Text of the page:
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Are you raising a technological wizard or a creative, imaginative thinker?

by Lindsay Grubb, wife & mom to a nearly 3 yr old daughter and owner of L Communications where she helps you get the right message across to the right audience. Follow her on Twitter and LinkedIn

A few weeks ago I had a major deadline. It was 10pm and I still had to write a 2800 word article that night. Ciara didn’t want to go to sleep. I pulled out my laptop and sat on my bed, trying to work while she entertained herself, waiting for her to fall asleep. My plan failed. She became excited and rushed off to fetch her laptop and her “homework” book. She then proceeded to work next to mommy, but it’s hard to write when you have “Mary had a Little Lamb”, playing over and over through her laptop and your head.

At almost three, she knows what a cell phone is and comes running with it when it rings so I can answer it.

Yesterday she told me to put down my phone and play with her. It made me realise how addicted I have become to technology, even outside working hours.

What are we teaching our children? It is true, that in this age of information, it has become critical to teach our young ones computer literacy. They need to know how to use MS Office, email and the internet, but are our children losing out on the carefree childhood we experienced?  As a child I spent all my time outside, playing with my friends, riding my bike, climbing trees and jungle gyms, scraping my knees more than once.  Isn’t that something we should be encouraging in our children?

In a world where technology is progressing rapidly, and the majority of children know more than we do about computers, cell phones, iPods, Nintendo’s and Playstation’s, how do we know when it’s the right time to introduce technology to our children?

There really is no right or wrong answer here. I think it’s a case of balance. It’s necessary to have our children prepared, but we need to help them to embrace their spirit of adventure and encourage a vivid imagination.

In South Africa our children are scoring a C- on their “Healthy Kids Report Card”. One in three children watches more than three hours of TV per day. Our children are at risk to predators on their cell phones on programmes MXit, and they’re putting out too much personal information on Facebook, Twitter and YouTube.

I think a good time to introduce technology to our children, is when they have a clear understanding of the responsibility and consequences linked to its usage. Online consensus through a number of different articles on the topic seems to be that eight years old is a safe time, but this means they’re not computer literate when they go to school, which seems necessary these days, so I’m not entirely sure.

What do you think is the best age for introducing your children to technology and should we be leading by example and limiting our usage or is it more of a “do as I say and not as I do” situation?

Copyright © Lindsay Grubb 2011 – All rights reserved

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Limit TV Time with a Token System

by Sine Thieme, a writer and mother of four who is new to South Africa and busy chronicling her experiences on her blog, Joburg Expat.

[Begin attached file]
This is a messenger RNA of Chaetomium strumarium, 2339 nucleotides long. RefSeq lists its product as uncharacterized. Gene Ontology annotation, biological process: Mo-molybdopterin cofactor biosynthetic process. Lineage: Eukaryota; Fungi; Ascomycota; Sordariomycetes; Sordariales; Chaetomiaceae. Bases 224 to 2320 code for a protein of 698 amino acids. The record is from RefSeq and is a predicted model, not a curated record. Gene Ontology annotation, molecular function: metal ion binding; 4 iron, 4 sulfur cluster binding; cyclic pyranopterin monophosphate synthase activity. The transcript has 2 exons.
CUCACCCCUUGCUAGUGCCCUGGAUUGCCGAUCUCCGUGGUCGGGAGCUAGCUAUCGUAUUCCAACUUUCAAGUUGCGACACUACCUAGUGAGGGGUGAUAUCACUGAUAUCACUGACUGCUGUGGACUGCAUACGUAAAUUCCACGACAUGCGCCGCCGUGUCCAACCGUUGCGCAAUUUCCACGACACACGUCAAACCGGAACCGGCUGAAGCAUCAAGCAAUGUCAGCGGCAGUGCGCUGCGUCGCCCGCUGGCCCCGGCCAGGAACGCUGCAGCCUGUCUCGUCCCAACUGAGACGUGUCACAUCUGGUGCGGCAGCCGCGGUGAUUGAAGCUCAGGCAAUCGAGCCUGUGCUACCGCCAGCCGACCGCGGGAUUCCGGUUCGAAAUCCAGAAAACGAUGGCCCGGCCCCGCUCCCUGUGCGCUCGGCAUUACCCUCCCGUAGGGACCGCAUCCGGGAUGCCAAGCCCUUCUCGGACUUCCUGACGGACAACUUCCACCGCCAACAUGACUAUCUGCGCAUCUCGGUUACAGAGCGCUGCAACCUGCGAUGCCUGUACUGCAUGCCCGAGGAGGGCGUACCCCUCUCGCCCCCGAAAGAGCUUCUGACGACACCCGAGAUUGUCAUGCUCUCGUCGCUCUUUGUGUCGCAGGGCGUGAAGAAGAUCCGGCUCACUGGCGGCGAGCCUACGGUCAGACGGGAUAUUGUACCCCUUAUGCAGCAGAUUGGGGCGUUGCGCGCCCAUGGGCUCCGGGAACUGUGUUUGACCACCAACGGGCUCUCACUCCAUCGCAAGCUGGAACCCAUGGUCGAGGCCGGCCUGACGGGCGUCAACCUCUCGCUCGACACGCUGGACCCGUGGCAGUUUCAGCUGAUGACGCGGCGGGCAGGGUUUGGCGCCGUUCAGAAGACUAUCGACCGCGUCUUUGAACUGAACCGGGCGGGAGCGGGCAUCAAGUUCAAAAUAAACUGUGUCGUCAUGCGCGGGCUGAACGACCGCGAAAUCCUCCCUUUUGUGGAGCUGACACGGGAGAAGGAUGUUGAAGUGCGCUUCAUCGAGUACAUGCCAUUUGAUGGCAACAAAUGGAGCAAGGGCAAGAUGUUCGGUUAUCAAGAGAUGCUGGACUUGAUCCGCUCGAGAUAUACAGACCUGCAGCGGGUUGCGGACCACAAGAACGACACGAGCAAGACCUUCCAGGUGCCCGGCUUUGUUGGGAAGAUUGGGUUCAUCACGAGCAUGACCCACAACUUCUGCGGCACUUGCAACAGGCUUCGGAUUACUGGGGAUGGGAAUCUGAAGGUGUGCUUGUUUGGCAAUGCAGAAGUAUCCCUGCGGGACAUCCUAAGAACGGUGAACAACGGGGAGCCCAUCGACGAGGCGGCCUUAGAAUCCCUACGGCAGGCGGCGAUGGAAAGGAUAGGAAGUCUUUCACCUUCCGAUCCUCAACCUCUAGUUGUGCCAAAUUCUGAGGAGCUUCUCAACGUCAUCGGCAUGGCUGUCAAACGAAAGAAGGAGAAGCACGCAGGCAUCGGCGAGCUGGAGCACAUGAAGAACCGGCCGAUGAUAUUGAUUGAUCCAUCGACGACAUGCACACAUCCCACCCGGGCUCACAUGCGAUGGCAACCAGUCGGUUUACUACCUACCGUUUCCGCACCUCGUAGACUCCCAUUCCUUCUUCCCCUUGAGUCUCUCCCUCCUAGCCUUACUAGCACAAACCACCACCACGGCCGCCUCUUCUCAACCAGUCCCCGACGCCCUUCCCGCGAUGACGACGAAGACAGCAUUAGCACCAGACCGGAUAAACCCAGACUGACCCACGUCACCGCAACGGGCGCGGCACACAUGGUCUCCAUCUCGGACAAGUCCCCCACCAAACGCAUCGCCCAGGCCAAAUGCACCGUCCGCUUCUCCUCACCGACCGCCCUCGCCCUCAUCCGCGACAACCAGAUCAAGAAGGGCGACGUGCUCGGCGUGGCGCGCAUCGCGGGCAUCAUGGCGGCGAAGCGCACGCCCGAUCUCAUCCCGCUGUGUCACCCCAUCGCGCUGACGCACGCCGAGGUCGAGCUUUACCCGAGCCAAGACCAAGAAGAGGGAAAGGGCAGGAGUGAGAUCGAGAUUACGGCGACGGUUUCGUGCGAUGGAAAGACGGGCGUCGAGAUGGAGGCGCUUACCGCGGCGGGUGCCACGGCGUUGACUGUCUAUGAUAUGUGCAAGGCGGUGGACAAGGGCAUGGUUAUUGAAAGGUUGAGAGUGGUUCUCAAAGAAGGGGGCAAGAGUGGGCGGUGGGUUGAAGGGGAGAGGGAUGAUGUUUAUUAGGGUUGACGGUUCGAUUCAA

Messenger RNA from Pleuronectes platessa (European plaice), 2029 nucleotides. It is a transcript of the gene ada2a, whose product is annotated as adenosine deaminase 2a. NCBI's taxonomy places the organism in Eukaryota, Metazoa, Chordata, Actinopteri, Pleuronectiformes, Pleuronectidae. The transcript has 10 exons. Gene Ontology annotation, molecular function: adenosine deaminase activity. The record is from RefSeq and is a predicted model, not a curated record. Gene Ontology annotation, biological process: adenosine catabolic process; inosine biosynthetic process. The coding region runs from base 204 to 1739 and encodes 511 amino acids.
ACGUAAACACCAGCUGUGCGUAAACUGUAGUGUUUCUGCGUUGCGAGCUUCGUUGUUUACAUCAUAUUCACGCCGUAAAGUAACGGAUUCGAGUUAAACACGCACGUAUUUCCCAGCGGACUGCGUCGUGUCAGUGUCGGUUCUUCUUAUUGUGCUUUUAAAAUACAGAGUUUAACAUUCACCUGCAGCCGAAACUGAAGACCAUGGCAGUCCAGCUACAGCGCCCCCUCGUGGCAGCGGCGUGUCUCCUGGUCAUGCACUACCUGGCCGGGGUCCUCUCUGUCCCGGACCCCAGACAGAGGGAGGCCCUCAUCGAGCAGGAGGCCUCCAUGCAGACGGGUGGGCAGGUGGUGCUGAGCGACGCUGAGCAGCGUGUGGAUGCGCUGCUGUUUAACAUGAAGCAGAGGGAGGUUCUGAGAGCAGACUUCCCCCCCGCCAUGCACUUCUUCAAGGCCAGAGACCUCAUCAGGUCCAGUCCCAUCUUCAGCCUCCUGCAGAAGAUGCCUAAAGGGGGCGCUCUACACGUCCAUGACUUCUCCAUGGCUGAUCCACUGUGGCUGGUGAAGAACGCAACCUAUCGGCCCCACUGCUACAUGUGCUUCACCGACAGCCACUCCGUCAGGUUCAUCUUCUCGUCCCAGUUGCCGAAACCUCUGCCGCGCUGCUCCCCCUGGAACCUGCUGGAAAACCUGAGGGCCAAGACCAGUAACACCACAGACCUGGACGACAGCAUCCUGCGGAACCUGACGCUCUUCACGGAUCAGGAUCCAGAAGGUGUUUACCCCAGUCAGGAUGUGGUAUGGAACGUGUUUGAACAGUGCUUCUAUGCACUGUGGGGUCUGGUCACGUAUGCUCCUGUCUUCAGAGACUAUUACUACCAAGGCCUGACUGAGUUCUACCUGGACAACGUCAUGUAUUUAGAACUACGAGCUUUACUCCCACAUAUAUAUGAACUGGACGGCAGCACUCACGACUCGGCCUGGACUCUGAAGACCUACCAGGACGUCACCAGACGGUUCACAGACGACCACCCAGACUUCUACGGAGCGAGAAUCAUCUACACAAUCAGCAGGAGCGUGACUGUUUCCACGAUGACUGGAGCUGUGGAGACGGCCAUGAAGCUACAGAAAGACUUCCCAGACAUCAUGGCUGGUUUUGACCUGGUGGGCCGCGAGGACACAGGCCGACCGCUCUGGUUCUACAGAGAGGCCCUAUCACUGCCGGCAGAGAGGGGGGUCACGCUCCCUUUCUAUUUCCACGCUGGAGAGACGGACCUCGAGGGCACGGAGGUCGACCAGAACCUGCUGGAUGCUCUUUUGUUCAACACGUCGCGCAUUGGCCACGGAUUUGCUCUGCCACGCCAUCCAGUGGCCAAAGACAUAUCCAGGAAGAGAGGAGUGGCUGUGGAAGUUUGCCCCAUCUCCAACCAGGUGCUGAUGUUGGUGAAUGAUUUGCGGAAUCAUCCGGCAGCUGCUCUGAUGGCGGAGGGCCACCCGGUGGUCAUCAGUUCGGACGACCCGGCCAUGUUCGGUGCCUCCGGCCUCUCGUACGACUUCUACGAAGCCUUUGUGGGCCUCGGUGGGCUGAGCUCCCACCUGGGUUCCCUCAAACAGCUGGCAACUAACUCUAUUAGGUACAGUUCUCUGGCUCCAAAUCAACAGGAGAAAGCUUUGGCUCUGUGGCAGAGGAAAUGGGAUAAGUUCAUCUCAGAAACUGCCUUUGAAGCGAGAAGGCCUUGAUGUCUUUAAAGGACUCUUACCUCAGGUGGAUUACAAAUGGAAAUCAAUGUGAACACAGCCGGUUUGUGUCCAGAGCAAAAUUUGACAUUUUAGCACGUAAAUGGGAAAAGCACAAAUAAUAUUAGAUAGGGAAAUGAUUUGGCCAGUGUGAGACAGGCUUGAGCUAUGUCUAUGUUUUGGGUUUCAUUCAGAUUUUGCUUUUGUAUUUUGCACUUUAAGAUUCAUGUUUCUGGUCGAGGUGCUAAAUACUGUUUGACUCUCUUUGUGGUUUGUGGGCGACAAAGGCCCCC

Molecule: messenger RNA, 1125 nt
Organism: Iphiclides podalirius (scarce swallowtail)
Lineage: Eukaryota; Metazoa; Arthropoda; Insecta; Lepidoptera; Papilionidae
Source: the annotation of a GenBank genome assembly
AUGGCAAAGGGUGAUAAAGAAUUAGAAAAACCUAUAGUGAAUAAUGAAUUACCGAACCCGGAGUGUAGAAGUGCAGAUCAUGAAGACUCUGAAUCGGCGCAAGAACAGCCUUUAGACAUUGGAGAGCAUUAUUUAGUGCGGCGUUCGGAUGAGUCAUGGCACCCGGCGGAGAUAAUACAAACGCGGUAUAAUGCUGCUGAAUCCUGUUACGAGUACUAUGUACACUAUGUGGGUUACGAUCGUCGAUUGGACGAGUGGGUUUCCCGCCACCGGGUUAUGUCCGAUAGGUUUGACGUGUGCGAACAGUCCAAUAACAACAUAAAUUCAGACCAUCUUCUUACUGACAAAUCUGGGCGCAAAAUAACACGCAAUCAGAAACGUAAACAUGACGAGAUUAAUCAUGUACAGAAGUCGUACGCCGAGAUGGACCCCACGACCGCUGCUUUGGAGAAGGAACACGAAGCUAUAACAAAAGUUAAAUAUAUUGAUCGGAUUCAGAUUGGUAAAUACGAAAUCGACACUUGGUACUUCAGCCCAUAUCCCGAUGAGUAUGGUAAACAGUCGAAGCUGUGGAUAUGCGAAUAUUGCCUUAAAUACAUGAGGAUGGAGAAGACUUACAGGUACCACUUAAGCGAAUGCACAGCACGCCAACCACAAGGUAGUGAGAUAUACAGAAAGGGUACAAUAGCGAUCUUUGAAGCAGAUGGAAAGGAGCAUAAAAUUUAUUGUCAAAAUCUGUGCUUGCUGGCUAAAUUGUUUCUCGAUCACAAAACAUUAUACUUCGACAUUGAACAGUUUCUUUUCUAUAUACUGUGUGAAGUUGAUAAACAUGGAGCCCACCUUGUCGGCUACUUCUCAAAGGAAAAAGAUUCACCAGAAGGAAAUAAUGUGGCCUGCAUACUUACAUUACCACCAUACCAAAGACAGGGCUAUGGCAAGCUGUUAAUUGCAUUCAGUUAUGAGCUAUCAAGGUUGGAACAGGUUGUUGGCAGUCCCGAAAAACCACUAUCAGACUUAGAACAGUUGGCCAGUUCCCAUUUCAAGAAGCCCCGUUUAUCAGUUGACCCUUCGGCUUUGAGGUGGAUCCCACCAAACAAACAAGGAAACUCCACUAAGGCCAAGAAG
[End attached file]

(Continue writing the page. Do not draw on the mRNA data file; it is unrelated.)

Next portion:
“If your children own the job of managing their TV time, they will quickly learn how to budget and maximize their fun.”

When we lived in the US, there was an annual campaign – a movement of sorts – called “National TV Turnoff Week.” I remember feeling that while turning TVs off for an entire week is a wonderful idea, there should be a plan for the rest of the year as well. But that’s the hard part. If you’re like me, you hate always saying no to “Mom, can I watch TV?”

We found a way around that by using a TV token system.

This is how it worked in our family: Every week, each of our children received one “TV token” to watch a 30-minute show. Everyone was allowed to watch TV when a token was used, giving our four kids a total of two hours of TV privileges for the week. Sounds impossible? Believe me, you will be amazed how well it works, especially if you start when your children are young. We used it for many years and now the kids are so well trained we don’t need tokens anymore.

If your limit is higher than what we used, just issue more tokens, or include other habits you might want to limit, such as video and computer games (when my daughter was little, I even temporarily introduced “mommy, you get me dressed” tokens!). Or put them all into one category called “screen time.” Whichever way you choose, your kids will relish the freedom of watching TV or playing xBox games at a time of their choosing, and you’ll be happy to have enforced a limit. All without any debate other than “Do you have a token?”

The reason tokens work well is that they shift the responsibility of tracking TV time from you to your kids. Just be careful you don’t impose new conditions, such as “after you’ve cleaned your room” or you will quickly open the door to new debates. If your children own the job of managing their TV time, they will quickly learn how to budget and maximize their fun.

You might think it’s impossible to impose such limits on your family, but trust me, it works! And consider the payoff. You’ll be astonished how much your kids will read or how many puzzles and board games they will dig up in their newly-found spare time! So get out your scissors, cut some colorful circles, and you’ll find yourself eagerly awaiting the next “Mom, can I watch TV?”

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